Autumn Cuisine - Pig CheeksLast night, I purchased two pork cheeks and filled the room with warm and intoxicating autumn flavors. At Catavino HQ in Terrassa, Spain, we’re looking at crisp cool nights, hovering around 50 degrees Fahrenheit, which makes me think of big reds and rich slow cooked meats.And it’s not often that we share home recipes, but with the house full of stewed meat flavors and a big glass of rich red wine in front of me, I figured it was the least I could do.

An frequently overlooked ingredient, when you come to Spain, is pork cheeks. They tend to be on most menus in some form or another, and curiously, they’re often the cheaper plate. Yet despite their thrifty price, they taste like pure heaven. The meat tends to be quite tough, and therefore, you need to cook them longer, allowing the wine, herbs or whatever your using to braise them in to suck up every morsel of flavor to create a rich decadent experience.

The meat literally falls off the bone – if your lucky enough to have them served on the bone – while remaining lightly firm with a sweet tenderness that makes any tenderloin turn its head in shame. I say this recognizing the difficulty Americans will have finding this cut, but if you have a good butcher, suggest they cut you a piece.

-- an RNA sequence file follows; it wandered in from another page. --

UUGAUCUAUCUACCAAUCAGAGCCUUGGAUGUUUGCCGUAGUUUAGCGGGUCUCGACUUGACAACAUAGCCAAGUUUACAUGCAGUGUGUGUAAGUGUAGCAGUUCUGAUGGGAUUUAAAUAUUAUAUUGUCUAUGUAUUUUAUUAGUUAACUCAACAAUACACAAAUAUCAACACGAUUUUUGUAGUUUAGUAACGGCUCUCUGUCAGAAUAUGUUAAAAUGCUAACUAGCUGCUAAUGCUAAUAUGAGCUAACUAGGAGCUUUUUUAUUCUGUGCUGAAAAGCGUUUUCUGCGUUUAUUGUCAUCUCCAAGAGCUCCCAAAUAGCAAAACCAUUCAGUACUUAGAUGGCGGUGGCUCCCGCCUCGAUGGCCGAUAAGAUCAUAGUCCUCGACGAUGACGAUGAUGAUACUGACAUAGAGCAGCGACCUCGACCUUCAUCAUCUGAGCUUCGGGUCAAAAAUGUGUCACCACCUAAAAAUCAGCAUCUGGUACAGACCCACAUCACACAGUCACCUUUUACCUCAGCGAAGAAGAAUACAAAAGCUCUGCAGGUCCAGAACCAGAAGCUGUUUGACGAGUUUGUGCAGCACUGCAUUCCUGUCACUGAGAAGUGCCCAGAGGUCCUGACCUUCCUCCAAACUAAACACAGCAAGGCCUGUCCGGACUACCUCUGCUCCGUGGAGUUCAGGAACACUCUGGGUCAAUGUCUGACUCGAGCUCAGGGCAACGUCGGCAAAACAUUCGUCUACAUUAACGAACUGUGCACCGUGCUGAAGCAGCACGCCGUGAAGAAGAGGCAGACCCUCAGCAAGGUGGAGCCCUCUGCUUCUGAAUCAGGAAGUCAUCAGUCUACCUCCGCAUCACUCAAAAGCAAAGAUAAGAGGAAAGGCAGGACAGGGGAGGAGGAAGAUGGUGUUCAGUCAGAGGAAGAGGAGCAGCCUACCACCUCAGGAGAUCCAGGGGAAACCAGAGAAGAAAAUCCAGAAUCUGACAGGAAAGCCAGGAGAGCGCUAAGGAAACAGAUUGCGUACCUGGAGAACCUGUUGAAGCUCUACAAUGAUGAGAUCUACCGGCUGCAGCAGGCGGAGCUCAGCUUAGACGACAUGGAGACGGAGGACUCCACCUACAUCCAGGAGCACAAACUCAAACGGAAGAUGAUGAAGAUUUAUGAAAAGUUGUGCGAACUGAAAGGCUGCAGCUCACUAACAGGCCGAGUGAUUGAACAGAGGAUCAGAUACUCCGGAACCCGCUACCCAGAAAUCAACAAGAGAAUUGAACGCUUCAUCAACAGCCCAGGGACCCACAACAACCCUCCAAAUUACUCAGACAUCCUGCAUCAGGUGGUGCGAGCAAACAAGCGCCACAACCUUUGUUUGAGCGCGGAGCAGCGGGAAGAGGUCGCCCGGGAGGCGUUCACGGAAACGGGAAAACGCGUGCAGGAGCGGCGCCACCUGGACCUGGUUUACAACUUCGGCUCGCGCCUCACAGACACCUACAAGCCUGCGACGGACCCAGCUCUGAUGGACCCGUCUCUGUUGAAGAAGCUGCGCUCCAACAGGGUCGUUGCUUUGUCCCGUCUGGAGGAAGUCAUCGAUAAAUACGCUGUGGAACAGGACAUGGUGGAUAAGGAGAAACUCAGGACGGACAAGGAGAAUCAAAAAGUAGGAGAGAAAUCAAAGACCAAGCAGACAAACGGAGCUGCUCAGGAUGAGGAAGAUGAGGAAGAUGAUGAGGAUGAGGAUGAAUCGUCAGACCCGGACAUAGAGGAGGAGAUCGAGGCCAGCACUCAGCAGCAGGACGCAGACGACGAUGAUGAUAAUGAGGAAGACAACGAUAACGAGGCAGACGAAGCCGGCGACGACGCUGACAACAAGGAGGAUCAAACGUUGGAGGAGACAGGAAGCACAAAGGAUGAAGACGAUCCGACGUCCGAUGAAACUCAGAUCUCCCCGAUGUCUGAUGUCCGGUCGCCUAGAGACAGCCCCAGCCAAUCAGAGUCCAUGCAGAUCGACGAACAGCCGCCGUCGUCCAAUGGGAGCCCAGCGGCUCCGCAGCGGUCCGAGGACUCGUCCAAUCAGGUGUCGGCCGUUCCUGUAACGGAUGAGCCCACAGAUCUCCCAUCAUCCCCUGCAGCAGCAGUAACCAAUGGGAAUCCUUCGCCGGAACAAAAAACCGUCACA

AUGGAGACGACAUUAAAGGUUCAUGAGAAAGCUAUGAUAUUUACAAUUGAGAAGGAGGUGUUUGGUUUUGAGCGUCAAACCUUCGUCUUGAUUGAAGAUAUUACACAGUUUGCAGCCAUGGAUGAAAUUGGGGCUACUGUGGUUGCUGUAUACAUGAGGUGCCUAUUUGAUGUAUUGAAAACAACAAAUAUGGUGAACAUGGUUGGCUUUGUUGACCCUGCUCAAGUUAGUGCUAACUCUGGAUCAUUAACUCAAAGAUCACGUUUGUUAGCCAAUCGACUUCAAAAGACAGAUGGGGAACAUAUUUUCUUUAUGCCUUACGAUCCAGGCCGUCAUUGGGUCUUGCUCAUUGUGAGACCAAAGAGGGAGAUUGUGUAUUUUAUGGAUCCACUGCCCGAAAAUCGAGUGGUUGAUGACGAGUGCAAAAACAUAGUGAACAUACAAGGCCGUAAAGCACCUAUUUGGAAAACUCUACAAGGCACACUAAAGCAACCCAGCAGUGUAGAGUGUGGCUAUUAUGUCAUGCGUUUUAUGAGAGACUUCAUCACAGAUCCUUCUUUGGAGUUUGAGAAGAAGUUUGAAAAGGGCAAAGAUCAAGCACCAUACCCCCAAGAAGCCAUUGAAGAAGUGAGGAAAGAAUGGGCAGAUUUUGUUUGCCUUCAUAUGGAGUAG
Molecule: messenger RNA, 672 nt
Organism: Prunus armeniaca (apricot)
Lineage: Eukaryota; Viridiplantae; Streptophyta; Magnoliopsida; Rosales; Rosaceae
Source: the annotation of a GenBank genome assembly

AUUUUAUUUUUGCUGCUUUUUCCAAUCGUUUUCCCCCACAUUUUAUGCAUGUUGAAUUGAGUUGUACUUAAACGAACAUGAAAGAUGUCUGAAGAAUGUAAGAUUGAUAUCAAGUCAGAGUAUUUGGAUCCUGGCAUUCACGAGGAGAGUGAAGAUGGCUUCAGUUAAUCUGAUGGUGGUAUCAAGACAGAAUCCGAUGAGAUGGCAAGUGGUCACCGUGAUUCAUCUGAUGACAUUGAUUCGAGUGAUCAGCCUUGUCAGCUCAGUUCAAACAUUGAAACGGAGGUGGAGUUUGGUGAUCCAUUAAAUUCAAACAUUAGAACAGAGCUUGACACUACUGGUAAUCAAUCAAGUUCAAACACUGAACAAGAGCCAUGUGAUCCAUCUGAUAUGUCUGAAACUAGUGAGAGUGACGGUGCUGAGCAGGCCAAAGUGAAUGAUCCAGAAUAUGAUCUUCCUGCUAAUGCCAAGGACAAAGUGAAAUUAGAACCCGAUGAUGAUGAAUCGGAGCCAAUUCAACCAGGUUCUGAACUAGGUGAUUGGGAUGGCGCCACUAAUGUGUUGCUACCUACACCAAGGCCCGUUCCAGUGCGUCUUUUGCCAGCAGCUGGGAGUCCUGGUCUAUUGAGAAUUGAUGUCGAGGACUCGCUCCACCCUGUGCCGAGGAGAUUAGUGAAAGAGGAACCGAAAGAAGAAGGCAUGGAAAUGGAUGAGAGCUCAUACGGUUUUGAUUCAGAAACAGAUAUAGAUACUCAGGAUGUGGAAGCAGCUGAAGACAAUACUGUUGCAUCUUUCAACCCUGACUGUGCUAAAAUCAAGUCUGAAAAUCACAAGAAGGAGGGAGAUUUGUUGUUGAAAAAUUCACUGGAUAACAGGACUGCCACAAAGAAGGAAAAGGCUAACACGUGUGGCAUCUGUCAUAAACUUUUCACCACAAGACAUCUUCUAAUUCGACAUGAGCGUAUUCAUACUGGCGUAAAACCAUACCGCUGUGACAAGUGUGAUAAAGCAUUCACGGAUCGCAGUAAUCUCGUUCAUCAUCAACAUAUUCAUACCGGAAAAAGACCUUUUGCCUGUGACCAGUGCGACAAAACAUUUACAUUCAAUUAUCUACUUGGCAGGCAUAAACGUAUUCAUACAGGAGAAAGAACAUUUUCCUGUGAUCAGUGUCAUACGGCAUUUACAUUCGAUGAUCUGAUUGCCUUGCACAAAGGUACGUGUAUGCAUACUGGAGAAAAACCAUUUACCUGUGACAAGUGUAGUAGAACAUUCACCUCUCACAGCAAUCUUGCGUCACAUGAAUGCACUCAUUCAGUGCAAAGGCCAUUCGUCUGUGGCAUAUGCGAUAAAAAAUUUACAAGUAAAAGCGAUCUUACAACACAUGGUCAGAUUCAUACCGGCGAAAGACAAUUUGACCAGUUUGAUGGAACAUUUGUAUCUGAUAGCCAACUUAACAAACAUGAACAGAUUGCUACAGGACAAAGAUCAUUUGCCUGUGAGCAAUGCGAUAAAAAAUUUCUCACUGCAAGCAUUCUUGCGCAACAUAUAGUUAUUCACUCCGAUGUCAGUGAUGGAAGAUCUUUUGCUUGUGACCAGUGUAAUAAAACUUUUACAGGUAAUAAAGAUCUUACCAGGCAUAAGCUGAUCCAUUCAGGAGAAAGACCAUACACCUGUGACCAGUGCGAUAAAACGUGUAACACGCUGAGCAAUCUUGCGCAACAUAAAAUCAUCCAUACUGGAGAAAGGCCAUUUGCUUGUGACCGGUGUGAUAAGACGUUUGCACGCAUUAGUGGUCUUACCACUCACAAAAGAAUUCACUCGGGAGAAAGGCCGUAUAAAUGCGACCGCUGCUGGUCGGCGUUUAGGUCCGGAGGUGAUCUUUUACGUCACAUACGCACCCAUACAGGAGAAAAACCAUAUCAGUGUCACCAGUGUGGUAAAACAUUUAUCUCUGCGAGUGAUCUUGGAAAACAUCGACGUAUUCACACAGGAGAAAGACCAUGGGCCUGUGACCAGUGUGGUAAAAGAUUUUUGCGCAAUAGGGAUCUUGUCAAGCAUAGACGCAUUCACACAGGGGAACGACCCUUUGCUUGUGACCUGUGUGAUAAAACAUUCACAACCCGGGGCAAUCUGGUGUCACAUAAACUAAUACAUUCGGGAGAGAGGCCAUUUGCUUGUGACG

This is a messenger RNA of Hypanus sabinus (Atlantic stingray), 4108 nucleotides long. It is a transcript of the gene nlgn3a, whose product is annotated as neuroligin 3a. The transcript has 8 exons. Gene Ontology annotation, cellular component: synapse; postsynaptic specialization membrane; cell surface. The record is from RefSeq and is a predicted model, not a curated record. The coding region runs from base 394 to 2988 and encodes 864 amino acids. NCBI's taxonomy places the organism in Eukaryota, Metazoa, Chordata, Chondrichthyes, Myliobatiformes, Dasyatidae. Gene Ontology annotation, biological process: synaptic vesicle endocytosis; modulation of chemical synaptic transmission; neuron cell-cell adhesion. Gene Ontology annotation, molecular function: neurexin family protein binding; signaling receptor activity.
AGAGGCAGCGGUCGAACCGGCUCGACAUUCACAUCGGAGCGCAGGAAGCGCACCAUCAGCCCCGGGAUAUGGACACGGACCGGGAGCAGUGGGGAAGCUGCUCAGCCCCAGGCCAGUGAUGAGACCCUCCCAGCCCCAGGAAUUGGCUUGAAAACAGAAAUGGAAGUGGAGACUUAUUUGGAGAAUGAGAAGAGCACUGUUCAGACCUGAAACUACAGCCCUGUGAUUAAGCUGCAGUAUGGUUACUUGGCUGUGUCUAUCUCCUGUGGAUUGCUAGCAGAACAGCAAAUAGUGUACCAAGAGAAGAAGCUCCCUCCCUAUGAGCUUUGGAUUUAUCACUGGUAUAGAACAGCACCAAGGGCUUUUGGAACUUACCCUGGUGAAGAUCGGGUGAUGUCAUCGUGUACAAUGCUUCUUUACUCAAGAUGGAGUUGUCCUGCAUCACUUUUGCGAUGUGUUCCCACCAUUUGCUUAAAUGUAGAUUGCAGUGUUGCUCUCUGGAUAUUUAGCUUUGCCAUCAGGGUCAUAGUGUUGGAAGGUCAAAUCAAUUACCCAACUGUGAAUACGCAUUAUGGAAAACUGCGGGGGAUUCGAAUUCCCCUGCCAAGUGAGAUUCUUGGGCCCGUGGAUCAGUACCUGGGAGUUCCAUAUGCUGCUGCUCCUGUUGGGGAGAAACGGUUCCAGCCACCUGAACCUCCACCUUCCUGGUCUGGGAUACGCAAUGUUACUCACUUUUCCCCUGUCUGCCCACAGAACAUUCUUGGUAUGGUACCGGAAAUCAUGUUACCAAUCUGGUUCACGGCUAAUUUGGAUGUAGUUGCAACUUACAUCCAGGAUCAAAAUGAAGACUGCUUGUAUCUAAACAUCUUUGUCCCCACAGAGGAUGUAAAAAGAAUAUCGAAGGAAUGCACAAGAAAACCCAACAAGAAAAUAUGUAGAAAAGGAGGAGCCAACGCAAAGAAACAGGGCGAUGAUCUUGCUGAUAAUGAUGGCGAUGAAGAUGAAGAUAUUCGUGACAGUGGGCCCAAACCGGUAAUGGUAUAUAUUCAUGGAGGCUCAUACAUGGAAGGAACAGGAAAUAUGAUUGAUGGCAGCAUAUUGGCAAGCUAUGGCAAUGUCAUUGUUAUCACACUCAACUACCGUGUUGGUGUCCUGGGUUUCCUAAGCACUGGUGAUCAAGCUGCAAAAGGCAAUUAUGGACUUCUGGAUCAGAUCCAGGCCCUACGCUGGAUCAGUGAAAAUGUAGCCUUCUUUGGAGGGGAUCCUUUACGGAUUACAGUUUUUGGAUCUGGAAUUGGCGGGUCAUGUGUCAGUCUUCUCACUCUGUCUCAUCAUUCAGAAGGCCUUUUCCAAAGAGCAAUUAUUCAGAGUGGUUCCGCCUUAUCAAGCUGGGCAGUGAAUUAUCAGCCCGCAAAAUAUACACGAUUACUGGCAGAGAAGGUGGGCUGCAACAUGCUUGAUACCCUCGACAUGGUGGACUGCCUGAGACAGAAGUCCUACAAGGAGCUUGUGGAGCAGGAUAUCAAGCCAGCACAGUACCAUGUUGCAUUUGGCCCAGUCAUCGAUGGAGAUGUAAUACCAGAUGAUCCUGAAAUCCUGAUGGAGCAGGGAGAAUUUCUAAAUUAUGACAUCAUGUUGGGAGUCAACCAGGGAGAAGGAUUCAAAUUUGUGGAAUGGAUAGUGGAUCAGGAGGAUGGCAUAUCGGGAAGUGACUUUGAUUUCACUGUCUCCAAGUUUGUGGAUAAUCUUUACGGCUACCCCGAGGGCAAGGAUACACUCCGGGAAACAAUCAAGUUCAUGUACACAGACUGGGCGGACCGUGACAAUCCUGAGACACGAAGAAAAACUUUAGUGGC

Depending on your oven, estimate around two hours for the braise. Simply grab a pot, add some herbs, vegetables and red wine. I might even suggest adding just a touch of chicken or beef stock as well. The key is slow cooking, while adding just enough liquid to the pot so that the ingredients are partially covered at all times.

Simple rules are: lightly dust the pork cheeks with flour, brown them in the pot with some olive oil, and then throw in a mire poix of vegetables. As everything browns pour in a few cups of liquid and cover. Now set that to simmer for a few hours and you will be smiling as the house begins to fill with flavor. At this stage, red wine should be opened. Tonight we enjoyed a bottle of Habla N.4 Syrah from Extremadura. Rich in black raspberry fruit, pairing beautifully with the savory pork cheeks, and showing just a hint of bacon and licorice notes. Granted, I would pair any red with a bit of acidity that can cut through the rich flavors with this meal. Nothing too herbal, but instead, heavier on the red fruits.

I can’t recommend this dish enough. It’s pure comfort food. As the autumn chill settles across the leaf covered soil, we crave foods that stick to your bones and bring a warm and satisfied smile to your face.

So what do you like as the weather changes? What wines do you turn to? What is your fail safe comfort food recipe this autumn?

Till Soon,
Ryan Opaz

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